Broadband Funding: It's There for Those Who Know Where to Look

A new report guides communities toward the types of questions they should be asking when coffers are low but implementing broadband is a must.

by / October 23, 2015
Experts applaud New York's new broadband expansion plan. Shutterstock

Even in the lean times, hustlers get ahead. It's the communities with ingenuity that manage to fund beyond-the-budget projects like municipal broadband. And a new report — Show Me the (Hidden) Money for Community Broadband (PDF) — shows communities seeking broadband funding where to look.

The report taps into the experience of Craig Settles, host of live podcast Gigabit Nation and director of Communities United for Broadband.

"When we look at some of the stories of how communities got broadband, some of them found unconventional methods of finding money," Settles said, adding that he's been tracking these stories for years, and now hopes that condensing some of the lessons into a report can be of help.

The 34-page report guides communities toward the types of questions they should be asking when the coffers are low, Settles said, such as who shares common needs, and looks at examples of success stories, like that of Columbus, Ohio.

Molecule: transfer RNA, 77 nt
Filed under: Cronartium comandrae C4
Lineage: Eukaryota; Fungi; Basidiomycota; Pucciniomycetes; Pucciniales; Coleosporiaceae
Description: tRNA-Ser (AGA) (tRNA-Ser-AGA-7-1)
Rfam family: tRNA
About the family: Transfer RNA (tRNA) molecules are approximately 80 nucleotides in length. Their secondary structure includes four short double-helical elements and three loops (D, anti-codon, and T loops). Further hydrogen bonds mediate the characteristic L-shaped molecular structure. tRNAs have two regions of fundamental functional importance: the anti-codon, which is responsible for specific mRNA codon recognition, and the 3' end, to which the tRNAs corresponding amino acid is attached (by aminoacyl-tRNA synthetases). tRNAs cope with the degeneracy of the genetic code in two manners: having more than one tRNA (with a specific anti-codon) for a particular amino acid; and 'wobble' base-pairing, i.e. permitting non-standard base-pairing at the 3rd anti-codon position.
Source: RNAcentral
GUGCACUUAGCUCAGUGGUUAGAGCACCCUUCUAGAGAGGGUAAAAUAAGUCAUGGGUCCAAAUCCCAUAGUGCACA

Columbus has been looking for a way to expand its broadband network for years, as they were unable to fund the project themselves, explained Columbus CIO Gary Cavin. About 10 years ago, the city began conducting regular meetings between all the agencies with a stake in broadband, and it was only through that collaboration that the technology department was eventually able to find the funding it needed.

The public works department received a federal grant to upgrade its infrastructure for about $30 million, Cavin explained. By contributing just $750,000 for additional strands of fiber, the department was able to buy into the whole project, Cavin said.

"Had we not been having those meetings, chances are we would not have gotten that information," he said, "but because we were meeting on a regular basis to discuss all this, we were able to glean that information."

The technology department now has a fiber strand at every traffic light in the city, which can lead to further connectivity in the years to come.

That anecdote is a good example of one strategy communities can use to further their project goals, Settles said, which is to find other entities with shared goals and collaborate. A "needs analysis" is a central component of any broadband fundraising endeavor, he said.

Justifying the cost of a broadband project is another challenge that communities face, and Settles breaks those justifications down into six categories:

  1. attracting new companies and organizations to your community;
  2. making current businesses more competitive;
  3. reviving depressed business districts;
  4. increasing home-based businesses;
  5. improving personal economic situations; and
  6. reviving distressed or depressed residential communities.

The ultimate goal, Settles said, is to build as many networks as possible so everyone can be online. But that can't happen without funding, so this report aims to educate communities on funding strategies.

Colin Wood former staff writer

Colin wrote for Government Technology from 2010 through most of 2016.

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